That was the topic of a conference organized by the Center for Free Enterprise at West Virginia University that took place on Saturday, April 25. The conference was divided in two sessions: one where theoretical aspects of NGDP were discussed and another that took a more empirical approach to the matter. I presented in the second session on how to spot if NGDP targeting is, in fact, too loose.
Besides the presence of Scott Sumner, probably the best known proponent of NGDP targeting, other presenters included Thomas Hogan, Alexander W. Salter, Ryan Murphy, Joshua Hendrickson, Robert Lester, and Vipin Veetil. While all papers endorsed NGDP targeting in one way or another, at least as a superior norm to other principles such as price stability or the Taylor rule (Hendrickson and Lester), the papers also focused on either if this holds under a free banking system (Salter) or if the rule could put the economy in an inferior equilibrium (Hogan). Even though I found all presentations interesting, I’ll briefly comment on just two of them.
Salter and Young build on a free banking model by Selgin to explore if under free banking NGDP would be stabilized. They find that NGDP is stable in the case of a demand shock, but that if there is no price stickiness, then in the case of a supply shock part of the shock is absorbed through price stability. This means that free banking can automatically switch between NGDP targeting and price stability, and this is a very hard mechanism to replicate by a central bank. I find this outcome a little less surprising than the authors for two reasons. First, what is, in theory, stabilized is NGDP per capita (or per unit of factor of production). This means that if the supply shock is due to more factors of production, then total NGDP would increase. Second, a “menu cost” effect. If there is a positive supply shock, then if special conditions hold, there are less final prices that would need to be adjusted if the price level is allowed to fall than if total intermediate price should adjust if the price level of final goods is to remain stable. While I don’t think there is an explicit treatment of this, it seems that the outcome in a free banking system would be a combination of NGDP stable and price stability depending on the relative “menu costs” of final and intermediate prices. Interestingly, Selgin’s does not account, at least explicitly, for these two assumptions (he does discuss them somewhere else). It seems that there is a possibility to reconcile Salter and Young’s model with these two principles.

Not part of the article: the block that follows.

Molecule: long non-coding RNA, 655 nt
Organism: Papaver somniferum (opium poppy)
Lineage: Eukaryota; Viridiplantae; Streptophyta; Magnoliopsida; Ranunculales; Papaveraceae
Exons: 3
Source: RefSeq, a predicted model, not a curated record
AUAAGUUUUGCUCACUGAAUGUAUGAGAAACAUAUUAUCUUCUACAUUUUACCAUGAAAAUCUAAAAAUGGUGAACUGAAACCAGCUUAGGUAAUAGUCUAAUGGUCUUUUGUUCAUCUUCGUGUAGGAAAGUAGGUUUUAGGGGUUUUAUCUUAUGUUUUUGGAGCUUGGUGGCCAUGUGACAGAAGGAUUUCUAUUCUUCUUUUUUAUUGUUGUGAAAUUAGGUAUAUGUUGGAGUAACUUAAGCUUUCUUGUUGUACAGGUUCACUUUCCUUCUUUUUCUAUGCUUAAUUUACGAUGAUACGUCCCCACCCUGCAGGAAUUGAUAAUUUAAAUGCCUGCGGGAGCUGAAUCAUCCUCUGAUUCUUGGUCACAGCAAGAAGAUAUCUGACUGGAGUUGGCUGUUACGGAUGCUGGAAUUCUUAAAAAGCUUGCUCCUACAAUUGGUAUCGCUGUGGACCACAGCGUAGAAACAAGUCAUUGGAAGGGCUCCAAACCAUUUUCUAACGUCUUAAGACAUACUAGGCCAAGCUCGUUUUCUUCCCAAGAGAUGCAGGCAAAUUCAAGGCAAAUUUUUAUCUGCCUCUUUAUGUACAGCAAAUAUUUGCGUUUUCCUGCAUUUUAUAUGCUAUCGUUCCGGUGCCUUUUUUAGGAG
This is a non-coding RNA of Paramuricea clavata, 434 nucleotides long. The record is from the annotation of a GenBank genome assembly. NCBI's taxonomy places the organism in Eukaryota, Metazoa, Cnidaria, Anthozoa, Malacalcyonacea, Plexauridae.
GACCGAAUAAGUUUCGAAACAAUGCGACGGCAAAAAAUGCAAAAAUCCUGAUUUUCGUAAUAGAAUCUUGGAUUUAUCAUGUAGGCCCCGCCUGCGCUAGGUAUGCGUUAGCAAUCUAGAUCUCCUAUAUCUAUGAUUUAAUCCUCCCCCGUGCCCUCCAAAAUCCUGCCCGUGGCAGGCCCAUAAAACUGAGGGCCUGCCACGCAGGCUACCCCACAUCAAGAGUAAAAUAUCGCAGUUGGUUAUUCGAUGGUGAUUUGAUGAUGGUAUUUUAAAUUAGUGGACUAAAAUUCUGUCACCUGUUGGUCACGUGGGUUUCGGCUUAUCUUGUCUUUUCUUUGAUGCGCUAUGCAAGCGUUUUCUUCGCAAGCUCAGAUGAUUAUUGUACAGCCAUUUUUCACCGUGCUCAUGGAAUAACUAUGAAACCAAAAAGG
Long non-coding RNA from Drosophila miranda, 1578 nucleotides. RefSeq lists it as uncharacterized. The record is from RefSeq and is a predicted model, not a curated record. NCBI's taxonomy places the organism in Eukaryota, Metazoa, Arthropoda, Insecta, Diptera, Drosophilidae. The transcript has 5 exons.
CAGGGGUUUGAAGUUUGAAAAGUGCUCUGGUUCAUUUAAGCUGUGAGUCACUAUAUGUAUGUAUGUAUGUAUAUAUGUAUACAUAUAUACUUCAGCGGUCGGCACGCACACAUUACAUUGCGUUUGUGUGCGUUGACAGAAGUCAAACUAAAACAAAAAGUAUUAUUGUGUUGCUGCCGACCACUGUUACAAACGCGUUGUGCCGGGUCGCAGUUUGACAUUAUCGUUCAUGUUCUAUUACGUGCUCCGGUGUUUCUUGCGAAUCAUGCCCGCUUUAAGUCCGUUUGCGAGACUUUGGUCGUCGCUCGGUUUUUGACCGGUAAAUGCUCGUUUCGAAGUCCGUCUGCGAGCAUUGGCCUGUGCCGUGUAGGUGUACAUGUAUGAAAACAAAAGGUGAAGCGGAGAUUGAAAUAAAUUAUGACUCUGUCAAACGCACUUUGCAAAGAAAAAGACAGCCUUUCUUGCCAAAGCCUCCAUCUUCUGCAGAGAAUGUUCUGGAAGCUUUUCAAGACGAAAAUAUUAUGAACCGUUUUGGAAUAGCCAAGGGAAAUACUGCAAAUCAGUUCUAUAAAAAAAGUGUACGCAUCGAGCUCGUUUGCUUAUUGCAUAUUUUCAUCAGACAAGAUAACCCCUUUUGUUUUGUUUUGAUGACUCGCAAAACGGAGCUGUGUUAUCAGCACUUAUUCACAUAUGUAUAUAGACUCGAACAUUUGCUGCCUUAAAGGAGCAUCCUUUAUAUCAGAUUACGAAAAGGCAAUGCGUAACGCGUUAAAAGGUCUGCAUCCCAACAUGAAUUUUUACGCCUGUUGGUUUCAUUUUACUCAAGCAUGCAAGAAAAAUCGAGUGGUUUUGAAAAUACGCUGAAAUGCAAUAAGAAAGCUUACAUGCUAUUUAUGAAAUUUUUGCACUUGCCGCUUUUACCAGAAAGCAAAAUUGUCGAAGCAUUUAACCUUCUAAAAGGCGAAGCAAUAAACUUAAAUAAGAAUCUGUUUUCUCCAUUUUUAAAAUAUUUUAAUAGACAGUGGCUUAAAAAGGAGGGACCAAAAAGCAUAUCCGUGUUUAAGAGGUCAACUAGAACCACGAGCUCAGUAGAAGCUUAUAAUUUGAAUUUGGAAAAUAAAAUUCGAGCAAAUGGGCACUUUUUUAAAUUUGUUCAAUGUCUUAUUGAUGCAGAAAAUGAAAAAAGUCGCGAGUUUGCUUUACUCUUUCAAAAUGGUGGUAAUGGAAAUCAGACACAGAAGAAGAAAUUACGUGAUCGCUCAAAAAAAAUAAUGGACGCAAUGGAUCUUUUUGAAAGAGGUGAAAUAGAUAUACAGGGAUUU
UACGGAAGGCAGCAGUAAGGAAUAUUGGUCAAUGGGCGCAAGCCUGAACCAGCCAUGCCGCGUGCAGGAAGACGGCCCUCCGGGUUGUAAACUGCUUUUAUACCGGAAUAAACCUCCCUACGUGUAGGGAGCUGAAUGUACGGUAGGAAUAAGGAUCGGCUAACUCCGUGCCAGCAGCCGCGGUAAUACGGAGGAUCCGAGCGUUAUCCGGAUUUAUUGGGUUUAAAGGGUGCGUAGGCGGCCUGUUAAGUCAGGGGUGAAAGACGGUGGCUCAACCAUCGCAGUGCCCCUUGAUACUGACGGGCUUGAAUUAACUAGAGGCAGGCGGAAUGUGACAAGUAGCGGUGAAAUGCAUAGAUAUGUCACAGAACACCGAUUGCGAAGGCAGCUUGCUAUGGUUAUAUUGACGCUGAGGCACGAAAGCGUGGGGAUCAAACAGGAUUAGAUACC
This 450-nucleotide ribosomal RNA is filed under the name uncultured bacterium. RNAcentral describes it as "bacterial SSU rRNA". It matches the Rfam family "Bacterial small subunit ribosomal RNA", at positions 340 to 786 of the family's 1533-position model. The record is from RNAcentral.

Veepil and Wagner’s paper was a (friendly) criticisms of NGDP Targeting. Their argument is that NGDP is a spontaneous outcome of multiple individuals interacting (think of a complex agent based model), but that the targeting of NGDP cannot guarantee economic efficiency at the microeconomic level. Namely, one cannot impose “equilibrium” by targeting NGDP, NGDP needs to be the outcome of market coordination. By targeting NGDP, noise is added to the market (ie “cantillon effects”) and therefore NGDP is chasing a “mirage.” I agree with this diagnosis, but the negative effects pointed out by this paper may not be as serious as the alternative. The alternative is not a free banking system (that monetary reform is not feasible in the short-run, medium-run, and probably neither in the long-run). The alternative is a different policy by the central bank. Now, NGDP Targeting is focused on maintaining monetary equilibrium. Let’s say, for the sake of argument, that this is the right policy. What we have, then, is a central bank that aims at the right target but misses. The error of missing the target is still expected to be less than the error of not aiming at the right target in the first place.
It is noteworthy that a conference on this particular topic took place and that all papers presented where interesting and bringing something new to the topic, rather than just rephrasing what we already now about NGDP targeting. Let’s hope that this type of sound money discussion continues in the future.